Sure, she’s currently touring with Indigo Girls’ other half, Emily Saliers. But Amy Ray spent much of the past year working on and promoting her third solo album, “Didn’t It Feel Kinder.” Released in August, the North Georgia-based performer’s sharp, very-candid project is shades different than the less-raw Indigo Girls material. There are saliva-inducing harmonies from Brandi Carlile. Strong melodies. And horses?
What inspired the horses on the album’s cover?
(Laughs) My girlfriend took that picture when we were together at this Honor the Earth benefit show in Pine Ridge in South Dakota a long time ago, and I’ve always wanted to use it for an album cover. And so I was thinking of the title for the record, and then I was looking through some pictures and revisited the horses and I was like, ‘That kind of makes me feel like this record.’ Like the idea of a very wide-open space with these two individuals sort of learning compassion for each other and being together and being allies. You don’t know what their relation is; you don’t know if they’re friends or just met each other for a moment – or if they’re siblings or what they have going on. But you see that they’re being close, and that’s kind of how I wanted it to feel.
Is it hard going from working with Emily to working by yourself, or is it nice to have the ability to be separated?
It’s a nice sort of perspective and it’s kind of a – it’s just a whole different world, and so in that way it’s nice to have that change, and it gives me perspective on the Indigos a little more, too. But I definitely – it takes a little bit of adjusting at first, ’cause I’m so used to having Emily right beside me to sort of say, ‘What do you think about that or this?’ I kind of have to find my own level of confidence, I guess, in some way.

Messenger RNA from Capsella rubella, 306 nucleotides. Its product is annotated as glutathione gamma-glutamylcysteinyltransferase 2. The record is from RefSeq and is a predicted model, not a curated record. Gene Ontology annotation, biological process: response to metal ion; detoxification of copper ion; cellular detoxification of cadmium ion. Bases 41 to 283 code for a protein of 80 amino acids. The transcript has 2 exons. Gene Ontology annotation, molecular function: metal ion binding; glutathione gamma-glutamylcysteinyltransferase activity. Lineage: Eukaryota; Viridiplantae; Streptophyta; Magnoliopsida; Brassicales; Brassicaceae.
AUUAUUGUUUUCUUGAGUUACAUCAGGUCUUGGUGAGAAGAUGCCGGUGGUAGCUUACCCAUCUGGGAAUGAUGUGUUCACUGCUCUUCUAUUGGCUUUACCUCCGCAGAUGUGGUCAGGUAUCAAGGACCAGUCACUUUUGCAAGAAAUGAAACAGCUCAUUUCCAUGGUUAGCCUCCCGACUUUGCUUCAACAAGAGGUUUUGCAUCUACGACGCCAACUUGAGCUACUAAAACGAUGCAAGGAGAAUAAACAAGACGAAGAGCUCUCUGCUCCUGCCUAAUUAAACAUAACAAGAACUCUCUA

Except on this album, you had a producer for the first time.
Yeah, and so that was a whole other bag – and I’m used to having a producer when I work with the Indigo Girls, so I have kind of a sense of how to work with a producer. But with my solo stuff I’m really – typically I would just, whoever was playing the song with me, we would kind of collaborate on ideas and it would be very – I don’t wanna say unfocused – but just kind of free. I knew sort of what I was getting into but after we got together and played the first time, I just thought he was amazing and so I was just like, ‘I really wanna do this.’ But even though you welcome it, you still – it’s also jarring at times to realize you have to do what someone else tells you to do (laughs).
Were there creative tiffs?
Oh yeah (laughs). Me and Greg (Griffith, the producer) are a lot like. We definitely butted heads a lot. I mean, there were a lot of moody moments where I didn’t even wanna talk to him, and he didn’t wanna talk to me. But we would never fight; that’s just not gonna happen with me or him.
You wrote a lot of these songs in a casino, is that right?
(Laughs) Yeah, I mean a lot of them I started at my house, but probably half of this record I finished at the Mohegan Sun (in Connecticut). I was just on task and just working and using GarageBand (the Mac program). My room was just a mess. It was crazy. There was just writing everywhere and guitars laying around, but it was such a great opportunity to be in the same place for that many days and not really have anything to do – ’cause I don’t gamble.
Indigo Girls with Kathleen Edwards
8 p.m. Oct. 4
Kalamazoo State Theater